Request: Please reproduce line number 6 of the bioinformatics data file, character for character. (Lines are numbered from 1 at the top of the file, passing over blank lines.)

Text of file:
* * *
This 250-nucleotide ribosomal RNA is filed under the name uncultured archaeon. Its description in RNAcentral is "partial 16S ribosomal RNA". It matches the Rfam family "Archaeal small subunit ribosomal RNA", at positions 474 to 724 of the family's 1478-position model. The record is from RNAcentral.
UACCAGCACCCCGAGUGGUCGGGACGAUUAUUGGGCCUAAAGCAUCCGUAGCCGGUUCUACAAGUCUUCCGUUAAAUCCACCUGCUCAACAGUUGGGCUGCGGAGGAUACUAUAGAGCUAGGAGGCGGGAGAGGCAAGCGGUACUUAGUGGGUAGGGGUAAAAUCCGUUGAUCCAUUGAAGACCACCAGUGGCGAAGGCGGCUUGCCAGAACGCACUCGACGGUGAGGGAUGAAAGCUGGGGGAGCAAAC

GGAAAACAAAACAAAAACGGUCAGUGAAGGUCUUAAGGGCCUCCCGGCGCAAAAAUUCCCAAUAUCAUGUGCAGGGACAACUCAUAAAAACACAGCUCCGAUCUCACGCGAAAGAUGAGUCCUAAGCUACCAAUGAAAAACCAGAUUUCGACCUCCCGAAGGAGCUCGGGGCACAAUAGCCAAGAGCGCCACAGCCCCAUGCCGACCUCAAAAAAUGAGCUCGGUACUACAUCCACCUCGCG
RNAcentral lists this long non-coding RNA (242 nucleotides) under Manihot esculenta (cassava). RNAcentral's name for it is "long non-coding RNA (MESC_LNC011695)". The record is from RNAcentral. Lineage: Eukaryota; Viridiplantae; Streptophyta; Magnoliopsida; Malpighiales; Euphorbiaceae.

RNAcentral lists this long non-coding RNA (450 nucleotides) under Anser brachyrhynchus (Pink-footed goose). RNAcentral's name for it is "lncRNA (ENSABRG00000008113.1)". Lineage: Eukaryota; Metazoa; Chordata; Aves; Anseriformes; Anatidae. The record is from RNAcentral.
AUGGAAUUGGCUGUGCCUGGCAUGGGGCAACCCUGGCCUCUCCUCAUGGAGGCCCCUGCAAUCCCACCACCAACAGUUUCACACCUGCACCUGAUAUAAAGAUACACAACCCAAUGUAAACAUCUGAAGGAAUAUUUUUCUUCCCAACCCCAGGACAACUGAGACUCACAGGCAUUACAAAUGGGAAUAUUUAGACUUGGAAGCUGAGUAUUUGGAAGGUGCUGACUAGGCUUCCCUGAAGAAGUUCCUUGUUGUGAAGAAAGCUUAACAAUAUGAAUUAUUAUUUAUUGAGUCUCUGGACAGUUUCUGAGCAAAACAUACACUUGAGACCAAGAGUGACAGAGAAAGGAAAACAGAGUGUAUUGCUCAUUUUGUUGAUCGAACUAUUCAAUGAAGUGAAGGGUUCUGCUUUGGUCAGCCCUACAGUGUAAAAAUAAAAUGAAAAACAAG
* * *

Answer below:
AUGGAAUUGGCUGUGCCUGGCAUGGGGCAACCCUGGCCUCUCCUCAUGGAGGCCCCUGCAAUCCCACCACCAACAGUUUCACACCUGCACCUGAUAUAAAGAUACACAACCCAAUGUAAACAUCUGAAGGAAUAUUUUUCUUCCCAACCCCAGGACAACUGAGACUCACAGGCAUUACAAAUGGGAAUAUUUAGACUUGGAAGCUGAGUAUUUGGAAGGUGCUGACUAGGCUUCCCUGAAGAAGUUCCUUGUUGUGAAGAAAGCUUAACAAUAUGAAUUAUUAUUUAUUGAGUCUCUGGACAGUUUCUGAGCAAAACAUACACUUGAGACCAAGAGUGACAGAGAAAGGAAAACAGAGUGUAUUGCUCAUUUUGUUGAUCGAACUAUUCAAUGAAGUGAAGGGUUCUGCUUUGGUCAGCCCUACAGUGUAAAAAUAAAAUGAAAAACAAG